Can Self-Service Tools Save the Auto Industry?

January 20, 2023
Maili Neverosky

CarMax CEO sees self-service technologies as key driver of efficient growth in 2023

If you’re in the auto-sales business, 2022 might be a year you’re eager to forget. The past 12 months were the worst in over a decade for auto sellers, with sales plummeting as buyers struggled with inflation, soaring interest rates, and a stuttering economy. 

With supply chain jitters and chip shortages continuing, meanwhile, auto prices remained sky-high, leaving dealerships (which operate on low margins) with little room to boost sales by discounting. Those issues could take years to resolve, Kia ops chief Steve Center says. “You won’t see incentives, because we’re still going to be selling everything we can make,” he warns.

With sales down and discounting off the table, what’s the solution for auto sellers? One of the few remaining options is for businesses to differentiate by optimizing for efficiency and customer experience — and that means creatively and effectively leveraging new self-service tools.

A new sales strategy 

Take a look at CarMax, for example. They’ve been hit as hard as anyone by the weak market, with sales falling 28% YOY in Q3 2022, and per-unit profits down 46%. In response, the used-car specialist is fighting to acquire vehicles at lower prices, optimize inventory and pricing, and squeeze new efficiencies out of traditional business processes. 

Unsurprisingly, CarMax’s recovery strategy also includes big cuts to ad spending and tech investments. Tellingly, though, there’s one area where the company isn’t cutting to the bone. 

When it comes to self-service technologies, the auto seller is doubling down and pouring resources into building out “assisted help” and “self-progression” tools designed to help customers to solve problems and find deals on their own.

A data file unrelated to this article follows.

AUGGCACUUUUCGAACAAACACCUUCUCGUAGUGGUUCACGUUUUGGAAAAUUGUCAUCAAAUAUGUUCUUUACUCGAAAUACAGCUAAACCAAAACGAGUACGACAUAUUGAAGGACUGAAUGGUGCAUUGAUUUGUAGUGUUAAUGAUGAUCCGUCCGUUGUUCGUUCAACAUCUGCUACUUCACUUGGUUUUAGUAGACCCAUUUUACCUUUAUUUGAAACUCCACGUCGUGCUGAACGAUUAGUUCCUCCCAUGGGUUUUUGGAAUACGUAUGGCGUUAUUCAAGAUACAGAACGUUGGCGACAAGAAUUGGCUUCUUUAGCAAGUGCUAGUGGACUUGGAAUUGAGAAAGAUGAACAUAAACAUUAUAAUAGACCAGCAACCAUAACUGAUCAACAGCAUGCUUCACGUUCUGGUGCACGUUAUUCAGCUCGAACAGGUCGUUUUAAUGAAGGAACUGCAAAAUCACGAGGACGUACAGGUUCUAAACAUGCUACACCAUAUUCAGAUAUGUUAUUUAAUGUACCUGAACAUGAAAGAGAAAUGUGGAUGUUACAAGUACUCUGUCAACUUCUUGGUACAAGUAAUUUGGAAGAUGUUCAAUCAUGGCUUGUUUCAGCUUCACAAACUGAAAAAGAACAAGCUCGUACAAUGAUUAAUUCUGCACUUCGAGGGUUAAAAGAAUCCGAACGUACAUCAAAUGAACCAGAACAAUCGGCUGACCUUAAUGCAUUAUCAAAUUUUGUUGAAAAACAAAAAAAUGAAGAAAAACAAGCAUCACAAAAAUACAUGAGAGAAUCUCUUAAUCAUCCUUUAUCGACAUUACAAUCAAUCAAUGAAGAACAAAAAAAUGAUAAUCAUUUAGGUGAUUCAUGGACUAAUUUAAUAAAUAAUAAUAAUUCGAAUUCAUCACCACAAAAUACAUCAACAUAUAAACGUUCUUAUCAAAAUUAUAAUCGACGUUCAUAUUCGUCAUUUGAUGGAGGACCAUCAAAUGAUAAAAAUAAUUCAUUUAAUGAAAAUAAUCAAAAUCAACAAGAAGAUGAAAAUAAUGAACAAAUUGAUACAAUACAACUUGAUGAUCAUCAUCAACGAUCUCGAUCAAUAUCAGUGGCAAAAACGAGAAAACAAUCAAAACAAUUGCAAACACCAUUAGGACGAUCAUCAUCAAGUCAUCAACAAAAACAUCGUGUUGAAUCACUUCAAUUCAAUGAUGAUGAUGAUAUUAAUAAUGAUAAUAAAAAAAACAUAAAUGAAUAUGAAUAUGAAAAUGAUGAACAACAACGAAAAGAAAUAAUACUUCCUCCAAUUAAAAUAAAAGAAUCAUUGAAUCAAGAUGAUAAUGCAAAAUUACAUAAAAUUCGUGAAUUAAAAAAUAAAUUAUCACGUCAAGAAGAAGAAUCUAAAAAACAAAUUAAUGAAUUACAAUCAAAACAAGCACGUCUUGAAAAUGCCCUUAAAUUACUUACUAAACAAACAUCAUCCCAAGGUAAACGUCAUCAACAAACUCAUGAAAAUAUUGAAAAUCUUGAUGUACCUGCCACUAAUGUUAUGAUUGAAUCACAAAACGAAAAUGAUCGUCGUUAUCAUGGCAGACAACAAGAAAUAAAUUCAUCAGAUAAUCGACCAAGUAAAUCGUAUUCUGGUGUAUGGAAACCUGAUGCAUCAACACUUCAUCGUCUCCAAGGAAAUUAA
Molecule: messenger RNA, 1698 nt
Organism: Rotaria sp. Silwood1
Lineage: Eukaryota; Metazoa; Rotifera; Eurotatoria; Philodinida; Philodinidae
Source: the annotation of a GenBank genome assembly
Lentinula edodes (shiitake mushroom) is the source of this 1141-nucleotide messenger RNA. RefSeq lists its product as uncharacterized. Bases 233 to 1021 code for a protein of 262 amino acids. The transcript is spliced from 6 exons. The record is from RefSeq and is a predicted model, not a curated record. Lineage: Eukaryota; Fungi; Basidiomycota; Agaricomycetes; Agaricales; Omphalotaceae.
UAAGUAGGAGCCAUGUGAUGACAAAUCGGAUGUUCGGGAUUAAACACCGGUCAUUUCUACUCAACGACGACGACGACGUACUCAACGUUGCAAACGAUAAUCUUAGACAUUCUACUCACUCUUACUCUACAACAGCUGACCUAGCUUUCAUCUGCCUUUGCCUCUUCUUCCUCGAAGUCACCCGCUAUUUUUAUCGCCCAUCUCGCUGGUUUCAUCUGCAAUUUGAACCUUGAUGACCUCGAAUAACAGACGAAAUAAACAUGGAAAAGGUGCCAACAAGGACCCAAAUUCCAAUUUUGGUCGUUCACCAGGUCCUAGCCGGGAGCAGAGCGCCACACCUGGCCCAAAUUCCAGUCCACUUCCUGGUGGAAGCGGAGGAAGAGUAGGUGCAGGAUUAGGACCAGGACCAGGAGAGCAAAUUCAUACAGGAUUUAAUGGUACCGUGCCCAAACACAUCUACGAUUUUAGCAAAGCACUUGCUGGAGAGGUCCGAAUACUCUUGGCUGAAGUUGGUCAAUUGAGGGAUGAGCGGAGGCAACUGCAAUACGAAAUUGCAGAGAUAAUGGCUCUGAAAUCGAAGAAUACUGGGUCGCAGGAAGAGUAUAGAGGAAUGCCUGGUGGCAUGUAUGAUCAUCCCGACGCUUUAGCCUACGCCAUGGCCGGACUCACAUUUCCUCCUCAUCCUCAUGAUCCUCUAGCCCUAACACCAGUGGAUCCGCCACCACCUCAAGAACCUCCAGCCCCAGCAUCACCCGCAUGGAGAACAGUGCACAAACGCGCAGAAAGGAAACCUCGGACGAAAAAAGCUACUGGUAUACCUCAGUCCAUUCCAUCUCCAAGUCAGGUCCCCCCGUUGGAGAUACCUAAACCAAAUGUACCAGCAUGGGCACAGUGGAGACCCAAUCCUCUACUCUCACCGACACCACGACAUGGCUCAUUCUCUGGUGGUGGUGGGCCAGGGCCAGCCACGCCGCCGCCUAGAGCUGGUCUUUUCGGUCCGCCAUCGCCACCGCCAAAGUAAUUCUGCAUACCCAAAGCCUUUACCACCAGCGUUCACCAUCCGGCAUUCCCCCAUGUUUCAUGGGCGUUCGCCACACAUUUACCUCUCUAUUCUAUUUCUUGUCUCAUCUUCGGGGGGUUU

Why Carmax is betting on self-service

It’s easy to see why CarMax is investing in self-service solutions. Half of their customers already start their sales journey with an instant online appraisal, so there’s clear consumer acceptance of (and demand for) self-service tools. 

Self-service options are good for the bottom line, too. Increased efficiency and shorter transaction times mean associates can step in to complete a sale without holding the buyer’s hand all the way through the sales funnel, sharply reducing the cost of closing deals. By using self-service tools, CarMax is giving itself leeway to boost tight margins — or stay profitable while lowering prices to draw in customers. 

More importantly, the company is also working to improve the customer experience, and investing in omnichannel tools designed to reduce friction and help customers find deals they love. Instead of charging customers less, CarMax wants to give them more, and use self-service tools to boost the value it provides even as it lowers its own cost of doing business.

More storms are coming

Asked by investors what the coming year holds in store, Carmax CEO Bill Nash had a simple reply: "Your guess is as good as mine.” One thing is clear, though: with analysts expecting only modest sales growth in 2023, sellers will have to keep fighting for every deal and every dollar. 

That means auto sellers will need to build for resilience and agility, and to prioritize both efficiency and the customer experience. Self-service tools are a proven and cost-effective way to deliver on both fronts, providing a more streamlined customer experience while freeing sales and support teams to focus on the areas where they can drive most value. 

For auto sellers — and any other business that wants to keep costs low while strengthening customer relationships — self-service solutions are an vital investment, even and especially during these challenging economic times.